THE LOCAL BOARD ELECTION PRIZES. We have received an enormous number of appli- cations for these prizes, many of them hailing from districts which we thought would take no interest in the Barry Local Board. The prime favourite was Mr. John Cory, the good and the generous Mr. John Cory," one enthusiastic lady at Wenvoe called him but he was run close by Mr. William Thomas. Vere-street, Mr. Copp, Dr. Lloyd Edwards, and Mr. Edward Hughes. The winners of the competition are 1st.—Mr. T. Harries, 32. Quarella-street, Cadox- ton 600. 2nd.—Mr. T. Thomas, 47, Plantaganet-street. Cardiff 650. It is seen that not one of the two is absolutely correct in his figures, but, according to our premise, we give the prizes to the candidate who has given the nearest figure.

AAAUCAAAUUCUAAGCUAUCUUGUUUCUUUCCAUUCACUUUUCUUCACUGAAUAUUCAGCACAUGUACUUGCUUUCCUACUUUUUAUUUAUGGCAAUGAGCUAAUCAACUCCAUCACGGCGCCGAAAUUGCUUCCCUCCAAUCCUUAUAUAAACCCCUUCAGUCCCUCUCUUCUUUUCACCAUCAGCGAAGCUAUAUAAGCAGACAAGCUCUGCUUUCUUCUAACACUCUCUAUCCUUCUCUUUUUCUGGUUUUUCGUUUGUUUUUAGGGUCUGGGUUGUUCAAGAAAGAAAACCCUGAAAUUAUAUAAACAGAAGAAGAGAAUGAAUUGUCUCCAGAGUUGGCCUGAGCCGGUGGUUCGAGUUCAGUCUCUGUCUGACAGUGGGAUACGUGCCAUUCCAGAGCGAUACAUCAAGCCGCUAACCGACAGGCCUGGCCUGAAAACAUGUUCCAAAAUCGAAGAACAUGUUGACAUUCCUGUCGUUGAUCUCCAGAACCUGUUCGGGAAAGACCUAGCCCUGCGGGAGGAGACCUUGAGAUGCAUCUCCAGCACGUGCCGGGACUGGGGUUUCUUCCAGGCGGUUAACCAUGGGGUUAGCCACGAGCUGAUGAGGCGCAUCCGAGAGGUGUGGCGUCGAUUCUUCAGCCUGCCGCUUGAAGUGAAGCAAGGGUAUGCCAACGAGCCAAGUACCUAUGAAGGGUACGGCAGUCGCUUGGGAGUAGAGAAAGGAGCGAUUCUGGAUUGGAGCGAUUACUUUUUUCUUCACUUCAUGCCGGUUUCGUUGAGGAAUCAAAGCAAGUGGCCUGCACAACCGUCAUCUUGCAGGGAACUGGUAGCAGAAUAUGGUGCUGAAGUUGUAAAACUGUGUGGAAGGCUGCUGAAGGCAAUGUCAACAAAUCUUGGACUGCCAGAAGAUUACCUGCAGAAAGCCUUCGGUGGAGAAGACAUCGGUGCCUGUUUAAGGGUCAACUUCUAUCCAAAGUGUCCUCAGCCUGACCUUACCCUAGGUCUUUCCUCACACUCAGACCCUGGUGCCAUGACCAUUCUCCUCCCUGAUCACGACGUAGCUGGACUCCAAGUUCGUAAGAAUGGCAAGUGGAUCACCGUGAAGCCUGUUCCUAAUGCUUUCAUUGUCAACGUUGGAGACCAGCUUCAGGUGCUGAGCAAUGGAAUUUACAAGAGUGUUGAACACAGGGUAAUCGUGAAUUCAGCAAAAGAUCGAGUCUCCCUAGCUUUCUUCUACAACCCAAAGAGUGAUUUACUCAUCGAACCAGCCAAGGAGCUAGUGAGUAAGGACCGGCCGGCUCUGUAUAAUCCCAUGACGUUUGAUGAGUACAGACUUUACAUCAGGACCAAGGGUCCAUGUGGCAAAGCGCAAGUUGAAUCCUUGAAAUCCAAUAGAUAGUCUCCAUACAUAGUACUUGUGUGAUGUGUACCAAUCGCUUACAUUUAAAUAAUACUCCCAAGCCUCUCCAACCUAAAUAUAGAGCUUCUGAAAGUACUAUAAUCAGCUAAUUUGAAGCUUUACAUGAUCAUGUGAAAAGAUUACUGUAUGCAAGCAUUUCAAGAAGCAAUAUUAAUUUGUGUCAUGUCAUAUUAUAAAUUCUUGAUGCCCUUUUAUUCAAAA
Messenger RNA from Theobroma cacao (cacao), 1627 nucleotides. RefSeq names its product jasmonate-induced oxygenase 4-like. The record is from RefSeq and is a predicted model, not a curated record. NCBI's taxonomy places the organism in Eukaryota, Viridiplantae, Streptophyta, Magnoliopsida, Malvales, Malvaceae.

PENARTH NOTES. By CUITICCS. It is not often that shorthand is taught gratis. Yet I am glad to see that a class of about 70 pupils is being taught the winged art," at Cogan. by 1 9 the Rev. Geo. Hargreaves. whose indefatigable efforts with the Cardiff Shorthand Association introduced to the Principality an army of rapid and clever penwielders, some of which ranked high as good writers for the press. I am sure the rev. gentlemen who conducts the class single- handed, deserves the esteem of all. I wish him every success, and. hope that every young man (and woman) who intend emerging into the com- mercial or literary world will take advantage of the great boon offered them. Penarth is known to be the stronghold of Toryism in the South Glamorgan Parliamentary Division. The opening of the Conservative year is to be heralded with a dance The leading Primrose dames will be there, among whom we notice the name of Lady Morgan, the better half of the kind, genial, but greatly misled Jubilee Knight. No doubt the dance which takes place on Friday next will be the rendezvous of the chief Unionists (bah) of the constituency. Grand eloquent speeches and flattering remarks will evidently be the order of the night, and the Conservative organs will talk of a grand display and extraordinary prospects, but the whole will only be a bubble which is bound to burst. Dance on, sweet maids dance on. fair dames enjoy yourselves, for you will gain nothing more. While the Tories are preparing for battle, the Liberals at Penarth seem lethargic and drowsy. No attempt whatever is made towards organising or strengthening the party. A large number of ardent Liberals reside in our midst, but with the exception of a few billiard players and loungers at the Liberal Institute, they are never to be seen. Why this neglect.' Of all places in the consti- tuency none requires a more earnest and skilful drilling than Penarth. Yet to all appearances the party leaders are asleep, the Liberal Institute is nothing more than a social club, and the general condition of the party, weak here at its best, is disgracefully out of gear. I hear on reliable authority, than Major Evan Rowland Jones, the present United Slates Consul for Wales, and who resides at Penarth, is to be- come a candidate for parliamentary honours at the next general election. Although it is not gener- ally known what constituency will have the honour to return him. I may say that it is not the Merthyr Boroughs, as we were told some time ago. Major Jones possesses great oratorical power of a per- suasive kind, has a happy knack of making himself generally liked, and will not only wrest a Tory seat at the next election, but will be in a fair way of becoming the leader of the Welsh National party in Parliament. He has already done good work for Wales in Cardiff and the Rhondda Valley, holds a high position in the Society for the Utilization of the Welsh Language, sits on the Council of Governors of the Cardiff University College, and has presided over the Cardiff Cymrodorion. the most powerful society of its kind in Wales, for the last seven years. The new offices of the Penarth Local Board will be completed in a few days, and they are greatly needed, for the present rooms are very inadequate for the requirements of the Board. Acting on a suggestion I made last week, member Morris moved that the reporters should sit face to face with the members, but although a strenuous effort was made to find room for them, only two out of the three present were enabled to seat themselves at the table. Arrangements have been made at the new building for press accommodation. which I am sure will be duly appreciated, I thank Mr. Morris for what he has done. and I have no doubt that his kind motion will be borne in mind by others.